"'I've been away for the company for a while, and I just don't want to talk about it,' he said, before quickly hanging up," the Post reported.

Louis' latest venture, a company called, appears to have failed. That firm was formed in 2002 as, a paid service that aimed to provide archived magazines in digital format for readers.

"We feel we're right on the cusp" of a mass audience willing to pay for content, Borders told the Ann Arbor News in 2003, according to our archives.

Eight years later, Borders itself can attest that media companies are still struggling with that same challenge.

Contact's Nathan Bomey at (734) 623-2587 or You can also follow him on Twitter or subscribe to's newsletters.


Nearly Normal Warren

Tue, Feb 15, 2011 : 4:45 p.m.

I disagree with those who say that it looks like the brothers don't care. I knew them and worked for them when the company began expanding. Believe me, they care. The kindest thing they can do at this point is not comment.

T. Kinks

Tue, Feb 15, 2011 : 2:38 p.m.

I love Borders & my kids do too. It is the friendly service that you get there that keeps me coming back. I hope they can pull out of this w/ some restructuring. Good Luck Borders!


Mon, Feb 14, 2011 : 10:27 p.m.

The brothers obviously put the bookstore behind them long ago - and so will Ann Arbor. It had a nice, long, run and ultimately fell victim to the excesses of MBA know-it-all capitalism, and an obsolete business model. RIP. I certainly wouldn't be surprised to see all three stores here close, eventually, but don't have a clue which will be the first to go. Also, 106 BILLION dollars sounds like a ridiculously high amount of debt for a web start-up like Webvan. Is it possible that number is incorrect? I could believe 1 billion, or maybe even 10 billion, but not 106 billion.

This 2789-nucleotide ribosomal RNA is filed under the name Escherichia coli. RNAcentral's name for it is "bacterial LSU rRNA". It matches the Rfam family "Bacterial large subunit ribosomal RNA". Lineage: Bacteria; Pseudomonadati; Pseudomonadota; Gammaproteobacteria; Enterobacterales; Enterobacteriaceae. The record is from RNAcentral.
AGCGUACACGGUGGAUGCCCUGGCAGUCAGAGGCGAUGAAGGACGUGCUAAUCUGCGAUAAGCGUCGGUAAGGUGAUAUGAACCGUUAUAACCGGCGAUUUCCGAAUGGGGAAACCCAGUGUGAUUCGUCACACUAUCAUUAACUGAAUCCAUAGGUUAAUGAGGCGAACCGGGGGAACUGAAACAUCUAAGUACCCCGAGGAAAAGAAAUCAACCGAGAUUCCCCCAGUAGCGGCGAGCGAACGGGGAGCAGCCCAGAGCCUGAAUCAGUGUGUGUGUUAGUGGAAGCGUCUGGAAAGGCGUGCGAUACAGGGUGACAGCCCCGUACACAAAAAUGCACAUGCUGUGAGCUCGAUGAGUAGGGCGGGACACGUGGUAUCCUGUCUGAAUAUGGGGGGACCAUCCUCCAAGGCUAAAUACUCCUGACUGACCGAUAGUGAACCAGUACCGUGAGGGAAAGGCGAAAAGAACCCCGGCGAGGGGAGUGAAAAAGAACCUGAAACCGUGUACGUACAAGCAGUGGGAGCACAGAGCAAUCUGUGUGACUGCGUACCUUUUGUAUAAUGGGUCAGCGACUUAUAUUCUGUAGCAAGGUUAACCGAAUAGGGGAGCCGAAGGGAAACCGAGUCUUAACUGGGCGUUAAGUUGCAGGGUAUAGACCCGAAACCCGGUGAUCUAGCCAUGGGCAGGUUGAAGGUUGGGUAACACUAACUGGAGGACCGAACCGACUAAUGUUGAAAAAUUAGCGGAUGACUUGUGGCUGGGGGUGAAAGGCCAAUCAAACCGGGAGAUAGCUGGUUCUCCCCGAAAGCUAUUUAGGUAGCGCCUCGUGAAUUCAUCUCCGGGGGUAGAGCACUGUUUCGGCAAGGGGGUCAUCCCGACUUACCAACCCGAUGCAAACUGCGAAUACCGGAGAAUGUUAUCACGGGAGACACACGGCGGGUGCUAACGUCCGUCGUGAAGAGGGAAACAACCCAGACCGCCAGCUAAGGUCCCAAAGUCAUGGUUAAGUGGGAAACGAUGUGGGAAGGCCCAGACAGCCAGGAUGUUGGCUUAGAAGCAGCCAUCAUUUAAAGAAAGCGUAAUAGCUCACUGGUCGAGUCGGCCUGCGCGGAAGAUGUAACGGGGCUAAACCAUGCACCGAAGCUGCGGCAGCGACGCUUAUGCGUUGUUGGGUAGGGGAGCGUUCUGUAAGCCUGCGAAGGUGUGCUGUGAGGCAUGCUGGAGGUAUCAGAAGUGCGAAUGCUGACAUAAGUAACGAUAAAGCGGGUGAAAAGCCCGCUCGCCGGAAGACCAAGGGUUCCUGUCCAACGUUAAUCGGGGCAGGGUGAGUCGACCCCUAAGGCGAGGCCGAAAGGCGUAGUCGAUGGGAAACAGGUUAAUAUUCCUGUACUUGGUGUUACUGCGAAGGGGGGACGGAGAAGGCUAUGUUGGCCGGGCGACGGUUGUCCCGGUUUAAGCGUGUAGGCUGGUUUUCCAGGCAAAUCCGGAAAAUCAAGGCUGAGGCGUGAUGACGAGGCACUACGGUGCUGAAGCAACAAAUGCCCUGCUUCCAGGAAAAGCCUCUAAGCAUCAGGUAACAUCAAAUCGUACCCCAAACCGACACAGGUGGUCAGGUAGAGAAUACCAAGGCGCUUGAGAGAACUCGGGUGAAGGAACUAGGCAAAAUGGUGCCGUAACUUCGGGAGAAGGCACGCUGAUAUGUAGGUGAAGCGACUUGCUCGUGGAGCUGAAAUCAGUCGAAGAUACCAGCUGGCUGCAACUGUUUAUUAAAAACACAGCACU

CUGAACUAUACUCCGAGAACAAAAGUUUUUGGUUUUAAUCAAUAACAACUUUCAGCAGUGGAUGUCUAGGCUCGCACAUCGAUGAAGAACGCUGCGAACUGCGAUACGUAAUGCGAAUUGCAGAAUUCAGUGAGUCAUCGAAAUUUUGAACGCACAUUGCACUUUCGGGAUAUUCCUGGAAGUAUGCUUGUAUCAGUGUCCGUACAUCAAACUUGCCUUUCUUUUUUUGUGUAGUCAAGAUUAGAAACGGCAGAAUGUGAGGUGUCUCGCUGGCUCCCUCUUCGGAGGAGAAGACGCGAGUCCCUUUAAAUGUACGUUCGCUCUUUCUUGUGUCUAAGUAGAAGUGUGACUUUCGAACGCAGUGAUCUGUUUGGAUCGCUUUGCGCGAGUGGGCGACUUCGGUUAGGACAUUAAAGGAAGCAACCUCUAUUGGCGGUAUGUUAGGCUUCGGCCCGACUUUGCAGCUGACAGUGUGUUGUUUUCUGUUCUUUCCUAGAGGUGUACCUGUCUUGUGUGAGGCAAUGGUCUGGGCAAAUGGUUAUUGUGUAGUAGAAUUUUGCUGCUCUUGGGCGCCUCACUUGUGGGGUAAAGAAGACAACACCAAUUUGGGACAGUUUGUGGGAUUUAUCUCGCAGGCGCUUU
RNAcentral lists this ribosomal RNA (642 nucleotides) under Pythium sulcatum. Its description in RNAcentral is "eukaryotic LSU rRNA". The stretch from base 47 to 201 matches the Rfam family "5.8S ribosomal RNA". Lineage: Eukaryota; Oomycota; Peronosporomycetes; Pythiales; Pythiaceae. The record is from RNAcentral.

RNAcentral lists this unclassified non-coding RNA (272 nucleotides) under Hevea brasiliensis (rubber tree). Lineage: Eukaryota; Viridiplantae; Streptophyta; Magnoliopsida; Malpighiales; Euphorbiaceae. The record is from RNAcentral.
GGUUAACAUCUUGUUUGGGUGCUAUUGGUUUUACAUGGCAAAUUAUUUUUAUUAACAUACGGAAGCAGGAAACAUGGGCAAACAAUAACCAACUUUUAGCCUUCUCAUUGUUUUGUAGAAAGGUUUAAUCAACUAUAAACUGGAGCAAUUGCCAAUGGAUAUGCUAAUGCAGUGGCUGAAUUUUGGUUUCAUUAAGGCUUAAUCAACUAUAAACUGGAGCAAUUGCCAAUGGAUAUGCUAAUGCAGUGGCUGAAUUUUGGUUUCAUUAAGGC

Knobby Kabushka

Mon, Feb 14, 2011 : 10:18 p.m.

It was sold to K-Mart - that is all anyone really needs to know why Borders failed


Tue, Feb 15, 2011 : 11:51 a.m.

Oh no. Their failure came from post-KMart days. After leaving KMart they were doing very well. I can probably dig up copies of my $40 stock options proved it. No, the problems started well after that. The people running the show were short-sighted and had no innovation. As things got worse, turnover at the top accelerated and they got desperate. You have to look no further than "Build a Bear". That was going to be what saved the company? They were late to the Internet, they were late to the ebook reader. When ever the industry changed, Borders tried to convince itself that it was just a passing fad but then ended up always playing catchup. It was mismanaged for years.